Common causes of hair loss include:
- Hereditary factors, which are responsible for many cases of baldness (especially male pattern baldness, in which testosterone affects the hair follicles).
- Hormone imbalance. For example, female pattern baldness involves various factors, including an excess of the male hormone testosterone, and consequently often develops after menopause. Other hormonal issues that may be involved in hair loss include thyroid hormone irregularities, insulin resistance, and polycystic ovarian syndrome.
- Immune system dysfunction. For example, alopecia areata is caused by an autoimmune disorder.
- Chemotherapy, oral contraceptive pills, corticosteroids and some other medical treatments can the hair or cause to fall out.
- Trauma to the hair, which may be caused by pulling on it (e.g. as a nervous or absent-minded habit), rubbing or scratching the scalp, vigorous brushing, wearing tight ponytails or buns, or curling the hair tightly in rollers. The use of harsh chemicals may have a similar effect.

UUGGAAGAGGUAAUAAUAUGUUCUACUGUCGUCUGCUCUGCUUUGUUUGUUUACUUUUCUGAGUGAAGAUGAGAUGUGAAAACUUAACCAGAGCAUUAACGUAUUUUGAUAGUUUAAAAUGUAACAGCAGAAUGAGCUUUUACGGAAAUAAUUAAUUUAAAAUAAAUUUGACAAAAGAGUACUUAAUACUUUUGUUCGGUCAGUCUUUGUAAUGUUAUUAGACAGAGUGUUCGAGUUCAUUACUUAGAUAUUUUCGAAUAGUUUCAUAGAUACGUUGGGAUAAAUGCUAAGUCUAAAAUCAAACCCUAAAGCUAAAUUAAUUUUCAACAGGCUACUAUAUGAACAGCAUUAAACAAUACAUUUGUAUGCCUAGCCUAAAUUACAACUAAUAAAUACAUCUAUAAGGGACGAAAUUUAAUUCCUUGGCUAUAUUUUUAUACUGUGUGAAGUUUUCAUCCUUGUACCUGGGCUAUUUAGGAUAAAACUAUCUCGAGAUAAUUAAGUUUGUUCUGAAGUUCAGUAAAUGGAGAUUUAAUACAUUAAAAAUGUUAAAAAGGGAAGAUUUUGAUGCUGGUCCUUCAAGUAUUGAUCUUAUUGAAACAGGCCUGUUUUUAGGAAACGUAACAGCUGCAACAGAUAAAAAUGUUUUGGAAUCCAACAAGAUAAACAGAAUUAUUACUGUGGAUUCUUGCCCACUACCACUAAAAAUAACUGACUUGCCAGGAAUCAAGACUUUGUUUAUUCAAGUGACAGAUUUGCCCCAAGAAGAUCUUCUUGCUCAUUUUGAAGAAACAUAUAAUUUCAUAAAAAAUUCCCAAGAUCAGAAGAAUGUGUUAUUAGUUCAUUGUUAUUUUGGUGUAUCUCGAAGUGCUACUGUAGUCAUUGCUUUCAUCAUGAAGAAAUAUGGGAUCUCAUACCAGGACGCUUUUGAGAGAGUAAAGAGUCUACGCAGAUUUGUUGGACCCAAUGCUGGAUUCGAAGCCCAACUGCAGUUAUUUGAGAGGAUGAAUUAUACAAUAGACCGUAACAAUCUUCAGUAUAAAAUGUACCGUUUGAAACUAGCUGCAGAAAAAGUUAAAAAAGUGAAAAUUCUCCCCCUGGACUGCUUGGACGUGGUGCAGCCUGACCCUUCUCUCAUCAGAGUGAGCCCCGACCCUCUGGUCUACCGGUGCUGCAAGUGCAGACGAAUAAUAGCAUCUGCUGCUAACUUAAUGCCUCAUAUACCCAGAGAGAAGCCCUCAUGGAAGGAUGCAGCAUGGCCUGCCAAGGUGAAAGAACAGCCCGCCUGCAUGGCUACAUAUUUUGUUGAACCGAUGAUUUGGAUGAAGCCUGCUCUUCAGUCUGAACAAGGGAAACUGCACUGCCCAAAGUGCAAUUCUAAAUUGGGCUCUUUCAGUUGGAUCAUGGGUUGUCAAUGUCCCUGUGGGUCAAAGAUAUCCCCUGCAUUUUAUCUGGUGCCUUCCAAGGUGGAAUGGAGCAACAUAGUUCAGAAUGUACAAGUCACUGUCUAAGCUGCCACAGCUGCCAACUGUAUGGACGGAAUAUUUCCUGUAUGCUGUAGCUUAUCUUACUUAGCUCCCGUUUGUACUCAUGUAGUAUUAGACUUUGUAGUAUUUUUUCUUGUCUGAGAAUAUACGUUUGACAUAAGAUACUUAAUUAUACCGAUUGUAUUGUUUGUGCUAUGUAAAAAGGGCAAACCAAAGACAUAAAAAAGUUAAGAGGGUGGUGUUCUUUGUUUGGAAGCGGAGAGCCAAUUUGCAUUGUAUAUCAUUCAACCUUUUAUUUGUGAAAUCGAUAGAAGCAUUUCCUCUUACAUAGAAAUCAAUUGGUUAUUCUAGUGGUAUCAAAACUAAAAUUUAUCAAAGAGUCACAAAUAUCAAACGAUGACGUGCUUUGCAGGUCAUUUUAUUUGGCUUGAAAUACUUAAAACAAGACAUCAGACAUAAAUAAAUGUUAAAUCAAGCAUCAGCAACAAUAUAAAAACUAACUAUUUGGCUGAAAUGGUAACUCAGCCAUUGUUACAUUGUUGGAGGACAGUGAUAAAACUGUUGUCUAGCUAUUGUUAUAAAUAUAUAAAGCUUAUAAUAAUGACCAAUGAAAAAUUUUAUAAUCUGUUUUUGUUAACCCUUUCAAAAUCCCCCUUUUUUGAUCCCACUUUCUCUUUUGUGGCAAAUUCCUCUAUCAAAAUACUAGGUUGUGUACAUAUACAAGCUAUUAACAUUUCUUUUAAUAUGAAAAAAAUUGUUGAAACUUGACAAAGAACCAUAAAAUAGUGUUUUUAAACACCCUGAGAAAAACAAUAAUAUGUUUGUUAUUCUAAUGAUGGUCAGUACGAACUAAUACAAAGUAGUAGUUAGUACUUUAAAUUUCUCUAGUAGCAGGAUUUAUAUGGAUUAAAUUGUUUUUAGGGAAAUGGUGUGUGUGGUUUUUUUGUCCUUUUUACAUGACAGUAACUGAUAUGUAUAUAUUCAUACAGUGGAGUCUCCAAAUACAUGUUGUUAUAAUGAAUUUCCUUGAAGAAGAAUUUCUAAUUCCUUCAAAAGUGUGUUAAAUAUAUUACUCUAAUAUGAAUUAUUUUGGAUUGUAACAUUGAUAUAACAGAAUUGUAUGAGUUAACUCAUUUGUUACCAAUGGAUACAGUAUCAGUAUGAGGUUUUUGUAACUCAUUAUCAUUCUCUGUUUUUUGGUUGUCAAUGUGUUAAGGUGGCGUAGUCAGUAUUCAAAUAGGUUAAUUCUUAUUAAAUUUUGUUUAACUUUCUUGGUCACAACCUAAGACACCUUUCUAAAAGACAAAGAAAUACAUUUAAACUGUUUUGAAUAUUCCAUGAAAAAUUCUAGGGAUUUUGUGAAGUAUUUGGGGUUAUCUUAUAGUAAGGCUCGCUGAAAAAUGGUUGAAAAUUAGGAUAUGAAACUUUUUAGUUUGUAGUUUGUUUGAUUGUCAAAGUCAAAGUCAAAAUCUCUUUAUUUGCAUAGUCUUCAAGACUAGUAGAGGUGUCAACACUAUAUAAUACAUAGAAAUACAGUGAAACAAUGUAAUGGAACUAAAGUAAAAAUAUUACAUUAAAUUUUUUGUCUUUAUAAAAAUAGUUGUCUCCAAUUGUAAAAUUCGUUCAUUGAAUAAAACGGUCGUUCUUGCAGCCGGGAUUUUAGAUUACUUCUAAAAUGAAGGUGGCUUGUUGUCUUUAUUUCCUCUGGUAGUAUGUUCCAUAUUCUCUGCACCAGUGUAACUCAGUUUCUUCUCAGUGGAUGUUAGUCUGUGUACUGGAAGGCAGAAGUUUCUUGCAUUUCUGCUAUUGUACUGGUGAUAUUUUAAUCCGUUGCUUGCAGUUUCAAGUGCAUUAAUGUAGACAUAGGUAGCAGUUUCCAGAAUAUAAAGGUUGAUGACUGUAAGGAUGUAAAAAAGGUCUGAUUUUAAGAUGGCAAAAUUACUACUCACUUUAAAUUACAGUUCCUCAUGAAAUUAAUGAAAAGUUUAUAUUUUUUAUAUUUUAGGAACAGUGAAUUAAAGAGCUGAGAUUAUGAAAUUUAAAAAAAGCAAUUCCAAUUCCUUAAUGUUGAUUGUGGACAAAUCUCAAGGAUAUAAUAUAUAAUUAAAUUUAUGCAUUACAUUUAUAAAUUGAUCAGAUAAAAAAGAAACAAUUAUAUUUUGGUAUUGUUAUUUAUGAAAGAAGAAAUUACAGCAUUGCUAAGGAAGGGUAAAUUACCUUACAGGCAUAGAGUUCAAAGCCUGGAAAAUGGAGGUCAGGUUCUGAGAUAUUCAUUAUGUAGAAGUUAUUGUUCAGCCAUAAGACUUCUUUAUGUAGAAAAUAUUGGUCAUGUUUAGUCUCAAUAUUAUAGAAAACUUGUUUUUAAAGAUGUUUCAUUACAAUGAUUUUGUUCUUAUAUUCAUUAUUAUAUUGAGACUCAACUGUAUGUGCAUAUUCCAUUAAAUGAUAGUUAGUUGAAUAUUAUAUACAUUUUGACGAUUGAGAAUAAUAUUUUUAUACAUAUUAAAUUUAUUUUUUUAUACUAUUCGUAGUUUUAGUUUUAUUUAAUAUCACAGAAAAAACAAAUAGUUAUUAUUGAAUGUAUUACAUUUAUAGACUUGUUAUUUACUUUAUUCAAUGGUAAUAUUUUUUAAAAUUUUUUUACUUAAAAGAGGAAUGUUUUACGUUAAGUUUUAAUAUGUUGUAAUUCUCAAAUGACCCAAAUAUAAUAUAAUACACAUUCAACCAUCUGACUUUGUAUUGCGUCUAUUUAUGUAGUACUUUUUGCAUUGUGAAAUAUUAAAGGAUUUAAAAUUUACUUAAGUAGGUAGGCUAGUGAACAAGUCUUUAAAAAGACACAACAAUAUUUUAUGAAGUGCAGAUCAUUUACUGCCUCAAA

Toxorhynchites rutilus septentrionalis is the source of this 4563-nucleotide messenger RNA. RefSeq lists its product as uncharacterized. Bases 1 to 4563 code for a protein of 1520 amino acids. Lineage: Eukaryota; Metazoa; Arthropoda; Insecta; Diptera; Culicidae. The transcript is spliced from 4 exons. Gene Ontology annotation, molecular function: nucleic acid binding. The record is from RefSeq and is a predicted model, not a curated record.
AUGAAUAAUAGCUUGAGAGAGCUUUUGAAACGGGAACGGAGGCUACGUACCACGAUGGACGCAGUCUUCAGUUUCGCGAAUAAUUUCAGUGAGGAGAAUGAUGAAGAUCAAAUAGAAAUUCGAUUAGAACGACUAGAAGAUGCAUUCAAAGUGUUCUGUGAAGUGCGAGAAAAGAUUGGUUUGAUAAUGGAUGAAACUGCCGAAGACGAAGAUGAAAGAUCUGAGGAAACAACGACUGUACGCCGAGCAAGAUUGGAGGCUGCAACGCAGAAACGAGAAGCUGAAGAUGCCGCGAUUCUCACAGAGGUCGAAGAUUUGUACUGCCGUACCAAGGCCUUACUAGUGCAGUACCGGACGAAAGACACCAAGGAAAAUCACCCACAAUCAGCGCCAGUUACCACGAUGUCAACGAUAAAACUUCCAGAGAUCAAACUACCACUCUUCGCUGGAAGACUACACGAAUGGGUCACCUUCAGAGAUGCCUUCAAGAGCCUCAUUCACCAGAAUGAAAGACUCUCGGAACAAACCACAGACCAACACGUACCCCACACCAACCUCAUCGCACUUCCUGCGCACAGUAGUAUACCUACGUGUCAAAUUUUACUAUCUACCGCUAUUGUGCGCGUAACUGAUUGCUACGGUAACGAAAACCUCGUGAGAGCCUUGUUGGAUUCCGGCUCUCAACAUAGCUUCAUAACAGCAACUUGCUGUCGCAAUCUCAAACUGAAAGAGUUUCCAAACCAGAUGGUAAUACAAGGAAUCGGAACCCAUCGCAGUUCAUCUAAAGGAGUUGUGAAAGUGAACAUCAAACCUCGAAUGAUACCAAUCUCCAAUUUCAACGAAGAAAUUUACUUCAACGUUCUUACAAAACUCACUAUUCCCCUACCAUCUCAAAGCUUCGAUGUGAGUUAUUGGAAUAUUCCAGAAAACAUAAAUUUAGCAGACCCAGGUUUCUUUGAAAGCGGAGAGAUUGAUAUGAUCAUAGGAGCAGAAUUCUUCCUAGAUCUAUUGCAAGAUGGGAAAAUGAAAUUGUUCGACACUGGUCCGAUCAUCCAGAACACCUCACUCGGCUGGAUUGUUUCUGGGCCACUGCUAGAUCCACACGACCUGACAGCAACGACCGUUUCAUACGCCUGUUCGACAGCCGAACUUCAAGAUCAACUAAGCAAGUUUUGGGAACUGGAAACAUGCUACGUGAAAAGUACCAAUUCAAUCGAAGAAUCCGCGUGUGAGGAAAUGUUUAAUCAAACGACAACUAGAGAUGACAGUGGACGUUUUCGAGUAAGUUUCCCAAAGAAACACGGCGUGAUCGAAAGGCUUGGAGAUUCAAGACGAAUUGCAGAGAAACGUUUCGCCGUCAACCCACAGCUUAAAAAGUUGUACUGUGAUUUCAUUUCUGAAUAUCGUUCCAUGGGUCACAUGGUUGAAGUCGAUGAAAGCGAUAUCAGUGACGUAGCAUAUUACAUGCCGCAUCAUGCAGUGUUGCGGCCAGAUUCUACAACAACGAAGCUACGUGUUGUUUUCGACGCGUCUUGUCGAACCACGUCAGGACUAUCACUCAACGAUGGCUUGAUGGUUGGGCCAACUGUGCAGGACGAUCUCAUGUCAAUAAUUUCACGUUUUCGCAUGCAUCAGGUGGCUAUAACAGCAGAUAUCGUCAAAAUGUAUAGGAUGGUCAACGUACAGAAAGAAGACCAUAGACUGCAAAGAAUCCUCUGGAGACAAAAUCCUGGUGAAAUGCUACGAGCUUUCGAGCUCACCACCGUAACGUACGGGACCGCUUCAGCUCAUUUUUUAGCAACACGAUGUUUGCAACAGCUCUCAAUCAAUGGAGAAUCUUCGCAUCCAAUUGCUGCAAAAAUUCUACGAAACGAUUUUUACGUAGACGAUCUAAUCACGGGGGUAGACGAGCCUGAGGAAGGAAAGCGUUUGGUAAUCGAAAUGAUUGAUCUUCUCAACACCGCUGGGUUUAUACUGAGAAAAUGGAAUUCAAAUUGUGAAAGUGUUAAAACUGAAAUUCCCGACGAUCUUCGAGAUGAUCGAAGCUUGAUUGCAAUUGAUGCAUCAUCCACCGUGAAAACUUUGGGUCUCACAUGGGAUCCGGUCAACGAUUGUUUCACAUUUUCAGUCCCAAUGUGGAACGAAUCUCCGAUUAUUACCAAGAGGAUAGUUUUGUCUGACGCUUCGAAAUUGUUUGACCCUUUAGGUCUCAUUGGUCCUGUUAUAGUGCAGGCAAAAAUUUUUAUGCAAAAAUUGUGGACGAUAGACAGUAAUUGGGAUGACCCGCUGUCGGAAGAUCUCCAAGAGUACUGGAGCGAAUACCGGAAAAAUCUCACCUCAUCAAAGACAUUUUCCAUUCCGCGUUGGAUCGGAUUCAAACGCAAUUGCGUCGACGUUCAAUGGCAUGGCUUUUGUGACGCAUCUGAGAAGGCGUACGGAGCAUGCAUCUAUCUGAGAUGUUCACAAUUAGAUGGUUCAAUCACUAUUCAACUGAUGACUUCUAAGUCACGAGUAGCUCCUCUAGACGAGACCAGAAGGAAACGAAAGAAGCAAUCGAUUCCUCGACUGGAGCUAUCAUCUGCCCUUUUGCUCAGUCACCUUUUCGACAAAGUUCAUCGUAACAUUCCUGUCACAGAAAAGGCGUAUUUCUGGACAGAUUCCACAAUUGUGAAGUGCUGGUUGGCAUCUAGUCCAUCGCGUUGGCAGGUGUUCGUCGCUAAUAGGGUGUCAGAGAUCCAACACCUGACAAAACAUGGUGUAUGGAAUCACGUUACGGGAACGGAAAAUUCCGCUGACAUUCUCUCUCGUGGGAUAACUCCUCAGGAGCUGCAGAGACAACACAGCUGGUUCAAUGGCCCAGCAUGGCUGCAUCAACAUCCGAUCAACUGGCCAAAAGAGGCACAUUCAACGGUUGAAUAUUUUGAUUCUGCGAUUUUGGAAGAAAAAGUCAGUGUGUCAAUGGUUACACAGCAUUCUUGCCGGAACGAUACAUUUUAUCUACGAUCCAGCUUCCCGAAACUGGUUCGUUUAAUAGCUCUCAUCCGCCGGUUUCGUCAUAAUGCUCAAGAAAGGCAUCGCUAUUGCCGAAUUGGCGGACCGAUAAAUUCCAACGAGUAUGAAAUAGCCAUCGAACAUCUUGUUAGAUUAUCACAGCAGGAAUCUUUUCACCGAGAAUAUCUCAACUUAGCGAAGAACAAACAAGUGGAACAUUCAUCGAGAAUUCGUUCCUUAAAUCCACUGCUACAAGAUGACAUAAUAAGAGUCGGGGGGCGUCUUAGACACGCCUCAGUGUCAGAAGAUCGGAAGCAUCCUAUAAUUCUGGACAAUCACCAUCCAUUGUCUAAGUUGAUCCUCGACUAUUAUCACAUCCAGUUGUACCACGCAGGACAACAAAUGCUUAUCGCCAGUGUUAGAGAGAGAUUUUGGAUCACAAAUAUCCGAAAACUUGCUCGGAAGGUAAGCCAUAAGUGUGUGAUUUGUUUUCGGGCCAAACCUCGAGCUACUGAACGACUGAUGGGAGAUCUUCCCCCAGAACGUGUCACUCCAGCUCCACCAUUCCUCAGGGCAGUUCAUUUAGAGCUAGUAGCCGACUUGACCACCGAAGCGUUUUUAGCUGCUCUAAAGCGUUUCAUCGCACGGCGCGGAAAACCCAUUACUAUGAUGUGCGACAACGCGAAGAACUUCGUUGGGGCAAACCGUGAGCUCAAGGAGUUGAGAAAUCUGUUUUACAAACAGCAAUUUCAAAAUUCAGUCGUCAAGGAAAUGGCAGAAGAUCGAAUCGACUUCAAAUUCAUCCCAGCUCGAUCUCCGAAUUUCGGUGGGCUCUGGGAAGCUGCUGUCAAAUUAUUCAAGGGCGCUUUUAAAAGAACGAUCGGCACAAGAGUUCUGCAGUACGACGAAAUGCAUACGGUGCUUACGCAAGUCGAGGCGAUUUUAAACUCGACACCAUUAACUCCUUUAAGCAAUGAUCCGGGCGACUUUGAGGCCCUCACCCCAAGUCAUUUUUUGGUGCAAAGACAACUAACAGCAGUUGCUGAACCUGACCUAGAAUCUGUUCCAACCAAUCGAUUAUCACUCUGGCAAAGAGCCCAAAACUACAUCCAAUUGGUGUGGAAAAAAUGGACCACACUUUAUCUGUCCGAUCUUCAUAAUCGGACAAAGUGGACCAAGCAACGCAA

- Ringworm of the scalp may cause the hair to break close to the scalp in the affected area.
- Poor nutritional status tends to lead to poor hair health, and may cause hair loss in some cases. Inadequate consumption of protein may be a factor, along with low levels of essential fatty acids, vitamin A, iron, zinc, and antioxidants.
Additionally, a certain degree of hair loss is one of the normal consequences of ageing. Temporary hair loss can also occur during pregnancy, or following surgery or a period of ill health.